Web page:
Data centers are being required to store more data than they can efficiently handle, and a recent TIA standard comes just in time to sort out the mess.
These were the thoughts of Tom Debiec, technical marketing specialist for Berk-Tek, A Nexans Company, who spoke during the recent Berk-Tek Technology Summit in late September at the company’s facility in New Holland, PA.
Debiec says today’s data centers are feeling the aftershocks of storing vast amounts of data. “Did we need another standard? Yes,” he said.
TIA-942 is the first extensive standard to address data centers. The Telecommunications Industry Association (TIA) published the standard, titled “Telecommunications Infrastructure Standard for Data Centers,” in April. The standard is designed to provide requirements and guidelines for the design and installation of a data center or computer room. It is intended for use by designers who need a comprehensive understanding of the data center design, including facility planning, the cabling system and the network design.
The standard is intended to enable the data center design to be considered early in the building development process. The TIA formed the standard to promote cooperation in the design and construction phases.
The standard provides requirements and guidelines for the design and installation of a data center or computer room. It is intended to be used by designers who need comprehensive understanding of data center design. The document covers such topics as cabling network design, fire protection, water intrusion, and redundancy. It tells data center designers how to select cabling that will have a useful life cycle, how to occupy a specifically-sized data center with racks and other equipment, and what channel capacity the cabling system should have.
Debiec said designing your data center in accordance with the new standard will help ensure robust data center design, standardized organization, ready supply, less re-work and scalability for future applications.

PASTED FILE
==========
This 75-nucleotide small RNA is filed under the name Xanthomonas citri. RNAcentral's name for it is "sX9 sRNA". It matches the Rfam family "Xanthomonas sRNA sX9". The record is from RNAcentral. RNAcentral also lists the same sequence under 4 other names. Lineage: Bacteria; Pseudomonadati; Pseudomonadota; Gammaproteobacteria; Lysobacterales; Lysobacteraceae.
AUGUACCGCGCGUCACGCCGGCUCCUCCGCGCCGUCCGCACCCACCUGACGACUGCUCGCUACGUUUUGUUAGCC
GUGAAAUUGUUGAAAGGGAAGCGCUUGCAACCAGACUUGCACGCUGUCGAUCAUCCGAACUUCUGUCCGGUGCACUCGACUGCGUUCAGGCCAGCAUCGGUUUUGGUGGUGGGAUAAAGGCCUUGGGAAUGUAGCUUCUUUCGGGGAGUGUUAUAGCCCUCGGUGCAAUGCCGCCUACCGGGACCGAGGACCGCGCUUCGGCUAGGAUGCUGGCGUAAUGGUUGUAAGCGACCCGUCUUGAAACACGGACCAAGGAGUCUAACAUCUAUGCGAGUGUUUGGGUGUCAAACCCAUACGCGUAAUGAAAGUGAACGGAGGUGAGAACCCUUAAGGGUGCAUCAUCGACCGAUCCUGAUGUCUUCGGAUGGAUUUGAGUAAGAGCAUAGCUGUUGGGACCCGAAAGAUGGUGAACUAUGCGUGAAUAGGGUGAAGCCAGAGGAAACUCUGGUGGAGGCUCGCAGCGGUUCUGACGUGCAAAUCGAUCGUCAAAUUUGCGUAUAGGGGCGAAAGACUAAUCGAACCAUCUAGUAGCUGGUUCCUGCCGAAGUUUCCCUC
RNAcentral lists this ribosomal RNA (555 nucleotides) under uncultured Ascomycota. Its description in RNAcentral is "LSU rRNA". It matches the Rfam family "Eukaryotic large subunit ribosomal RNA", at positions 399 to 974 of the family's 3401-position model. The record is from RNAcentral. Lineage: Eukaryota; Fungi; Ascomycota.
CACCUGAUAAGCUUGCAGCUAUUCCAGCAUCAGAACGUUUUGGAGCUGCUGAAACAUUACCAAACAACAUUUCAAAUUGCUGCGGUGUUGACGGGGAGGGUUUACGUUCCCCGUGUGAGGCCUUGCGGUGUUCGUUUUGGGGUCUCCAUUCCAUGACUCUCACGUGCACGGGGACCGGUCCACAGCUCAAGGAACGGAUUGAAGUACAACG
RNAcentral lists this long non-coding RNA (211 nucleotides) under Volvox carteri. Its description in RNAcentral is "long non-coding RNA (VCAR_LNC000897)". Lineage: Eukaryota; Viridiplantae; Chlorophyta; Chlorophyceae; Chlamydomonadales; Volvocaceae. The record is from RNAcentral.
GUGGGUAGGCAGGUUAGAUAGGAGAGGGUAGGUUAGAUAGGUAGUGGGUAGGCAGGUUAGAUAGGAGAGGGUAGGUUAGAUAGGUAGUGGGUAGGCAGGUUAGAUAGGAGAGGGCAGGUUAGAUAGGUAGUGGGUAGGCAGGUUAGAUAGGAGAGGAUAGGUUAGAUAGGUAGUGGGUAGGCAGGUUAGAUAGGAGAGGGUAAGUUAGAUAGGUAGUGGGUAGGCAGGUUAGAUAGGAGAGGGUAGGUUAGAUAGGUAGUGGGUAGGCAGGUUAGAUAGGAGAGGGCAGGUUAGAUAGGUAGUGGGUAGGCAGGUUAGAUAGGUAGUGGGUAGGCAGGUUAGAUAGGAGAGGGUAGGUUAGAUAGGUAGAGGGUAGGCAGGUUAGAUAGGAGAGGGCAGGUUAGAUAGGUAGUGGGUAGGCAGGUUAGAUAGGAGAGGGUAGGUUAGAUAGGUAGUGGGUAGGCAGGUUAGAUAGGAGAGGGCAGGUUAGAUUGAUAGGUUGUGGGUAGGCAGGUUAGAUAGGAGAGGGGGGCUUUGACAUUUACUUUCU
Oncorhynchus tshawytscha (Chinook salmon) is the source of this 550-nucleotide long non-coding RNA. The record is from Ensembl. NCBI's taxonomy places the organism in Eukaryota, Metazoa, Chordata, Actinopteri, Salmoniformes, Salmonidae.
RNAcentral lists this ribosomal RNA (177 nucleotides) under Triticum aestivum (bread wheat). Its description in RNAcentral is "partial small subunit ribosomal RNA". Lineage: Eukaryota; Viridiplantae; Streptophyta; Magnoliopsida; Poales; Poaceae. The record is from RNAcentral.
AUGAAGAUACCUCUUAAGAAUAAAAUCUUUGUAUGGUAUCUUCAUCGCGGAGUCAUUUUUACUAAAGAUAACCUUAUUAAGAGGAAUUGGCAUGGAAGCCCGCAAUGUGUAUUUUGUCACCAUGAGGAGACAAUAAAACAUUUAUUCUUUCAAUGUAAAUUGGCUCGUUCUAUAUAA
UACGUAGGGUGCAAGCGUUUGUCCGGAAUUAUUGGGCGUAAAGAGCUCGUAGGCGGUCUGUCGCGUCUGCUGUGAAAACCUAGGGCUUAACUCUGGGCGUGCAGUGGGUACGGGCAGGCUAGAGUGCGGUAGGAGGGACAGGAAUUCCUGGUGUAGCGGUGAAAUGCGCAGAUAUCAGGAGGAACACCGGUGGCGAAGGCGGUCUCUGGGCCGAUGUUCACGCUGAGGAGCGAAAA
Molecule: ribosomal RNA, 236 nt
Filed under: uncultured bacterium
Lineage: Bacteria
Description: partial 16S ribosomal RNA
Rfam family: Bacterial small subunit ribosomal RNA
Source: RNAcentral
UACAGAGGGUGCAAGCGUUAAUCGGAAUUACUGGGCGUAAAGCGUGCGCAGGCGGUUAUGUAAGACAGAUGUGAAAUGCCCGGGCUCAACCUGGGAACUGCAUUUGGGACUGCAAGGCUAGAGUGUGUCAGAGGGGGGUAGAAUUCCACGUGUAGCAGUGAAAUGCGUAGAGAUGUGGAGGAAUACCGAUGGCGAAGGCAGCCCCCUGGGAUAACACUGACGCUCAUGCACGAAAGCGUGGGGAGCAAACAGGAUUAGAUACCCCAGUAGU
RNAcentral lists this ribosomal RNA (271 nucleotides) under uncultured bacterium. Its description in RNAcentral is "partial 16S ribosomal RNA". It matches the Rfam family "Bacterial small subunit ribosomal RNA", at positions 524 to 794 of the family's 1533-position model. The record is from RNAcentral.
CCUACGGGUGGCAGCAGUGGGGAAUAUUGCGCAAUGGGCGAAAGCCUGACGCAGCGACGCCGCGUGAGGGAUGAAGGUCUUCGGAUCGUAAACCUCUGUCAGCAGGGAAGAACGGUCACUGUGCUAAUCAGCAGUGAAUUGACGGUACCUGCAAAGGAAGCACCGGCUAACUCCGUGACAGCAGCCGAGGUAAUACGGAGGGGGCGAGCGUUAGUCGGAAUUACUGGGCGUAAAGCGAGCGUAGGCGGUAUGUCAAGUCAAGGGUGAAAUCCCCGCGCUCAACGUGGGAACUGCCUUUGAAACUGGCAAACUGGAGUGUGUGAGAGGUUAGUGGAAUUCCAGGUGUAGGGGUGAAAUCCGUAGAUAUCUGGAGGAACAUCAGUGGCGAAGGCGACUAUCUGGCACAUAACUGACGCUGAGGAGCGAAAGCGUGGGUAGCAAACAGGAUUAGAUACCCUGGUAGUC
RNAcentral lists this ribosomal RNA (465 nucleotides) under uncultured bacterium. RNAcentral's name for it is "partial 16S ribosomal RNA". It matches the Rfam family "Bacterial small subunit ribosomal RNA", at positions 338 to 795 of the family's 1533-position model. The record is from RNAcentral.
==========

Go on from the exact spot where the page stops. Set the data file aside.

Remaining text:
This sort of guidance is much needed, Debiec said, since enterprise end users face escalating requirements for data storage in data centers that typically have 80% copper cabling, and 20% optical fiber.
Debiec said large enterprises are seeing 50% yearly data growth. Data storage has increased as companies try to adhere to data-keeping requirements made by the Sarbanes-Oxley Act, health insurance portability and accountability, the Graham-Leach-Bliley Financial Services Modernization Act, the U.S. Federal Reserve, and rules by the Securities & Exchange Commission--to name just a few.
Tom Debiec, technical marketing specialist for Berk-Tek, says enterprise end users face escalating requirements for data storage in data centers that typically have 80% copper cabling and 20% optical fiber.
Because of this data storage surge, Debiec said enterprise end users are being forced to undertake major technological shifts in their data centers, and these will cost U.S. companies and institutions an estimated $7.4 billion by 2009.
To give an example, Debiec said a 10,000-square-foot data center will experience a 50% annual capacity increase. It will also see a doubling of floor space requirements every three to five years at a cost of $700 to $1,200 per square foot. Upgrades would cost $8 to 12 million over a three-year period.
All of this led to what Debiec sees as a huge growth in storage area networks (SANs) during the last five years. It’s growth that too often leads to cables overflowing in a data center. “Was this a big surprise that data would increase this much?” he asked.
“Racks are filled, and we have to put them in another part of the data center or try to do it with patch cables,” he said. “Then you have spaghetti. This is why you need good planning up front.”
Debiec said TIA-942 provides a guideline for that planning, and it specifies a generic telecommunications cabling system for the data center and related facilities whose primary function is information technology.
“We need to have some sort of documents, and say, ‘This is how we do it at every facility in the world,” said Debiec. “It needs to be completely uniform.”